Epidemic Loneliness? – Covid 19 and the Maine Conference
4 For as in one body we have many members, and not all the members have the same function, 5 so we, who are many, are one body in Christ, and individually we are members one of another.
By now, we have all heard much too much about the Coronavirus. We are washing our hands. Trying not to touch our faces. Avoiding people if we have cold/flu symptoms. Staying home if we feel sick. Watching the news to see where new cases are occurring. And so on.
In our churches, we have stopped touching one another at passing of the peace and we are receiving Communion in as sanitary a way as possible. I’ve been impressed with the response of our Pastors and church leaders as we all try to respond to this potential threat with the appropriate level of attention, and without overreaction or panic. So far, I think we are doing well. As new information or advice emerges, we will share it with you. For now, here is a webpage created by the UCC to gather and share up-to-date information. https://www.ucc.org/disaster_coronavirus_resources_from_the_ucc
At the Maine Conference office, we’re talking about how we would run the Conference if we had to send people home. (It’s easy for us, actually, with the good technology we have in place.) We are thinking about Pilgrim Lodge and monitoring advice from the CDC and the American Camping Association. I have been on calls with other Conference Ministers and our UCC national leaders as we think together about our best response. We are well-informed and making a measured and intentional response.
In the midst of all of the information and speculation, I realize one thing that worries me most is the way this virus could affect our relationships and mental health. Our churches are overwhelmingly populated with elder folks, who are the most vulnerable to infection. For so many of our church members and friends, Sunday worship, monthly meetings, and church events are central to our sense of belonging and community. At church, we feed not only our faith, but our spirit and heart. At church we have a place to give of ourselves, to connect with others and push back the loneliness that is a real epidemic in our culture. For some of our most vulnerable people, a sensible response to the coronavirus threat could be to isolate at home. But, our most vulnerable people should not be left alone.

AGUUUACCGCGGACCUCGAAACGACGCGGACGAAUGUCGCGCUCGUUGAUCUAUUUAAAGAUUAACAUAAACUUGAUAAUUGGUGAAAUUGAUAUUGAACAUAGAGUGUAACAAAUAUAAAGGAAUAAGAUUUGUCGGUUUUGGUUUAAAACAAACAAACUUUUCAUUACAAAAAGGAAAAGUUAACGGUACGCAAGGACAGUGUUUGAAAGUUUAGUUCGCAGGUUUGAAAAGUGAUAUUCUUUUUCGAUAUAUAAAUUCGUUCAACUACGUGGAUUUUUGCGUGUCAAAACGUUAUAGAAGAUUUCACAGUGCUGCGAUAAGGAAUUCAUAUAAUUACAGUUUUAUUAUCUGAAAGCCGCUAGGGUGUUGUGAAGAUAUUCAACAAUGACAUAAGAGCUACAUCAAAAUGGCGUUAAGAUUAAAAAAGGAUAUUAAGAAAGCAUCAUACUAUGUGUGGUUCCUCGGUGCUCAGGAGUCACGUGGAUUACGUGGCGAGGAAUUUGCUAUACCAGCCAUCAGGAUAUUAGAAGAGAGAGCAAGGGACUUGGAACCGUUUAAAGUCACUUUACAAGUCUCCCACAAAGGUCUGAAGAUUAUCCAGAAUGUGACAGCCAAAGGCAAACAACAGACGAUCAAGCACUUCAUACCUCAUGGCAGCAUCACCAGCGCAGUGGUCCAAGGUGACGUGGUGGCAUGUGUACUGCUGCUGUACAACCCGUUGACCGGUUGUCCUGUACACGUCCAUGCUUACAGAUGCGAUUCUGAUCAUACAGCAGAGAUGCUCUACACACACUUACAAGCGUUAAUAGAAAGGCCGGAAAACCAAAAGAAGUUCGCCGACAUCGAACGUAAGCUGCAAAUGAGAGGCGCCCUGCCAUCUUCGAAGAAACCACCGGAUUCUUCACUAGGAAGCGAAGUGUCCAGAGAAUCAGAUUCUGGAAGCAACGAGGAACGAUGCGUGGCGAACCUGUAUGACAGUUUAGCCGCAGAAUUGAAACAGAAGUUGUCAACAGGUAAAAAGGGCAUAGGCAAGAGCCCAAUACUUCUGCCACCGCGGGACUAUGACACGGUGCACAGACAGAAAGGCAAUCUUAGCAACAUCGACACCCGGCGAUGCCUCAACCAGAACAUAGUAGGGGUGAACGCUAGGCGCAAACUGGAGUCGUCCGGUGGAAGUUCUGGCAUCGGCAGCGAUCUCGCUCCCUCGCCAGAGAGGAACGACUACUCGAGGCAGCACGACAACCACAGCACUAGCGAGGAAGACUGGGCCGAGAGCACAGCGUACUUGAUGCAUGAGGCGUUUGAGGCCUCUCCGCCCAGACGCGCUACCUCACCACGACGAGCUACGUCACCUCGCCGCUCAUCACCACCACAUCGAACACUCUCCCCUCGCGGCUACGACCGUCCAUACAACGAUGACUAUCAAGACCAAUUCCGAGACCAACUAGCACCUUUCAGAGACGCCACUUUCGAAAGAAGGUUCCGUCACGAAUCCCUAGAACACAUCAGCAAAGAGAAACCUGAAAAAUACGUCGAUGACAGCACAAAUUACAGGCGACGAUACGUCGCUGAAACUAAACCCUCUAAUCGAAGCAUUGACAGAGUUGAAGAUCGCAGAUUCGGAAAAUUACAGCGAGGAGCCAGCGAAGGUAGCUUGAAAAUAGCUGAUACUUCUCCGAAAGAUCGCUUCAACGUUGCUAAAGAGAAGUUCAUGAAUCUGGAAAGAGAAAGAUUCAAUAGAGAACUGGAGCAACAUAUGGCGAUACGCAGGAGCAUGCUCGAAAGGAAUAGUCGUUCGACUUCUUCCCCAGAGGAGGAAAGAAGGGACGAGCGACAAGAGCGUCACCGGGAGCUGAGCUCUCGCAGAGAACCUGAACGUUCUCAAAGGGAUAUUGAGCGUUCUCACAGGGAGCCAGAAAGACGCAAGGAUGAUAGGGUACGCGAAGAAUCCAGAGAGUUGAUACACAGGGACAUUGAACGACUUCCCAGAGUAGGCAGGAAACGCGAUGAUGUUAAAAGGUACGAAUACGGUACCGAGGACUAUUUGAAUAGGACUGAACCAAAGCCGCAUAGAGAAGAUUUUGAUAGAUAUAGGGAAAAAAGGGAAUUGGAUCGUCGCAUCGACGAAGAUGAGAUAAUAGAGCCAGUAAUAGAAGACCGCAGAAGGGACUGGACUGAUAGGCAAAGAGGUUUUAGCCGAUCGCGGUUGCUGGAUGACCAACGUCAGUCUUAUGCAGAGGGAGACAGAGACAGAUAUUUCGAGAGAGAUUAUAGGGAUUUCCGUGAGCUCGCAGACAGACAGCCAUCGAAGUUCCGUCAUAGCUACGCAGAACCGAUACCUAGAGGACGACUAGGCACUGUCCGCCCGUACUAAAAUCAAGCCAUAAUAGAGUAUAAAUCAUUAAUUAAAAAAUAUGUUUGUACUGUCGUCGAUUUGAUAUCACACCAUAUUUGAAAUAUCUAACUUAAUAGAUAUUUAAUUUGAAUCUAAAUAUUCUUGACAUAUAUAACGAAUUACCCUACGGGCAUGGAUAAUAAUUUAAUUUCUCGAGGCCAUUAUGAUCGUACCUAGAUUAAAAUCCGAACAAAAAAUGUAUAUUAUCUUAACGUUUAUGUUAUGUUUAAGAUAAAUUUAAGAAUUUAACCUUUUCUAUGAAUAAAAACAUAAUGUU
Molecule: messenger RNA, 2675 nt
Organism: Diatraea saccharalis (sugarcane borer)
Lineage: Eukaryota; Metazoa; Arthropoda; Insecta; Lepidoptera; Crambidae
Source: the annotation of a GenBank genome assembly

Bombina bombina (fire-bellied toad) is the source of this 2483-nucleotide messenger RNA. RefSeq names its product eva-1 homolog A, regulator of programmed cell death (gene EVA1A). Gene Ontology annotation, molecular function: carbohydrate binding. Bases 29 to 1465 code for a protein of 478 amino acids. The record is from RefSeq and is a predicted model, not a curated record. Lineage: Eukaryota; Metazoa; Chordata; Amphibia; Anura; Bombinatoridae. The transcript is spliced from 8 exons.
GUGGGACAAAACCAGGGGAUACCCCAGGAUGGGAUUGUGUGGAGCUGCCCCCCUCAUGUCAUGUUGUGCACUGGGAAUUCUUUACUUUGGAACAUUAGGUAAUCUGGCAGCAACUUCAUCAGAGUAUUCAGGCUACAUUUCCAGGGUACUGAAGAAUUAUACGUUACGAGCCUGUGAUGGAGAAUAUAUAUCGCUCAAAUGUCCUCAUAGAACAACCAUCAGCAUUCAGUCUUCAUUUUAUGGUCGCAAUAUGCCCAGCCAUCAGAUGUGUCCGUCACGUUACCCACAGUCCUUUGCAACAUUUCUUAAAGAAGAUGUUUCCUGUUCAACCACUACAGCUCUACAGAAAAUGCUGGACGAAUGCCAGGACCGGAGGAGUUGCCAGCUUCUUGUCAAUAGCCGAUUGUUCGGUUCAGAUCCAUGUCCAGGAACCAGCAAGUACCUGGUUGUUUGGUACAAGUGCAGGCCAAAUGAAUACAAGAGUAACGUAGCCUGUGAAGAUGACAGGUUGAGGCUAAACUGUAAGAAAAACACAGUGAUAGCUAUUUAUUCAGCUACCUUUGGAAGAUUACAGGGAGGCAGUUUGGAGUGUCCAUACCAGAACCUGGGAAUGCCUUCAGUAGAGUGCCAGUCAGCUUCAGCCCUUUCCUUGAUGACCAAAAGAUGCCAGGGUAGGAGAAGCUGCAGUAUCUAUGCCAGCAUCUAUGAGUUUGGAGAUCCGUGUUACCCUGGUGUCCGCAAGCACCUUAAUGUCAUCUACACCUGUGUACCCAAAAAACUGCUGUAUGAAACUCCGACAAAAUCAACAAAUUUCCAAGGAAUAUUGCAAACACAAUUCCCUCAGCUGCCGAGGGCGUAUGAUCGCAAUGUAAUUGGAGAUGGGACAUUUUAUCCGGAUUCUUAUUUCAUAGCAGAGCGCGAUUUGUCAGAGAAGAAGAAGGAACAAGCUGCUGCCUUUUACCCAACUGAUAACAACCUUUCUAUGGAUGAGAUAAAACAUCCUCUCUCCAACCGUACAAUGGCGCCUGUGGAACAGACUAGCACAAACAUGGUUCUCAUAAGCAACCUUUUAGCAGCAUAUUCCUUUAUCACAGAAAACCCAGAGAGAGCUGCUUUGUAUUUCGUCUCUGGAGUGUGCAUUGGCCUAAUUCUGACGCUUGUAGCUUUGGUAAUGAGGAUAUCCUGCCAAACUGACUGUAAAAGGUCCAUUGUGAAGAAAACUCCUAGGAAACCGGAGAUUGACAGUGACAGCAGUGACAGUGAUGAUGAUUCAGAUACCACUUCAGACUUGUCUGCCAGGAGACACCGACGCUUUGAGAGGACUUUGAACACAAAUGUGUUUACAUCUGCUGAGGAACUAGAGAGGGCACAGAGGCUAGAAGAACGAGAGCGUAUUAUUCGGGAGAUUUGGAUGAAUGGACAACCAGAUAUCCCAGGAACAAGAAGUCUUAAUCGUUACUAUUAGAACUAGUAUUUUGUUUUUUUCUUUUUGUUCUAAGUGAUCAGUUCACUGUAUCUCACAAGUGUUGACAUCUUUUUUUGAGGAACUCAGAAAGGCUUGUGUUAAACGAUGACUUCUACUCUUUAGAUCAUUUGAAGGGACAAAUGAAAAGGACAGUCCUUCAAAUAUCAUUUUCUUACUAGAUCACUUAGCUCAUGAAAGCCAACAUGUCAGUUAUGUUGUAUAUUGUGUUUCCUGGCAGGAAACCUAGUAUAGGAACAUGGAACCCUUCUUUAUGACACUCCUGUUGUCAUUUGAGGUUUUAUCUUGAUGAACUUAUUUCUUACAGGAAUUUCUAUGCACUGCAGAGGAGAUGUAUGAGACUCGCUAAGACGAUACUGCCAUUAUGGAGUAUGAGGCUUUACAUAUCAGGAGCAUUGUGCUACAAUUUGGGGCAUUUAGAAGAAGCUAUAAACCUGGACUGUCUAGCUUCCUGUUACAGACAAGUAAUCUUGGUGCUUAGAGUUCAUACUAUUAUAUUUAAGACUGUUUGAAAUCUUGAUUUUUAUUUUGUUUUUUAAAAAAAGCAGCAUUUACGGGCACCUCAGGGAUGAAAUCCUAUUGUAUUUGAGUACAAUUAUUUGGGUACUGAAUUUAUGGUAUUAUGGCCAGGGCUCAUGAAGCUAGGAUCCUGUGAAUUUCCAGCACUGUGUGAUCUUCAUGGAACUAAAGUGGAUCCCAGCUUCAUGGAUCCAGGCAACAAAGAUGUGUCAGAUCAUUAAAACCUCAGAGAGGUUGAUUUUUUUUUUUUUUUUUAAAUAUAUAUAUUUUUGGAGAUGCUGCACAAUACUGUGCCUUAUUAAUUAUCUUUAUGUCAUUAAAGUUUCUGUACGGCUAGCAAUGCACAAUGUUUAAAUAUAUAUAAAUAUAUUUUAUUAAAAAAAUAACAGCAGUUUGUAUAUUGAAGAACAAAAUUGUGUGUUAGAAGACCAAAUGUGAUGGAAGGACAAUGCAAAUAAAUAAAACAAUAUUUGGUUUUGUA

What is our Disaster Preparedness Plan to battle Loneliness? How would we stay in touch, share worship long-distance on Sunday, make sure people have adequate food and medicines if we have to stay at home? Maybe we need to refresh our phone trees, which may have fallen into disuse with the advent of the internet. Maybe we increase our plans for visitation by healthy people. This is a time to focus on our most vulnerable people, both medically and interpersonally. At the Conference office, we are thinking about how we might use Facebook, Zoom and other media to stay in touch and share experiences. What would your plans be?
I would welcome ideas for maintaining connection, community and care during this time of heightened awareness. Please feel free to email me at email@example.com. And let us pray that this virus has only limited impact and recedes as soon as possible. My prayers are with us all in these challenging times.
In Christ’s Peace,
Deborah J. Blood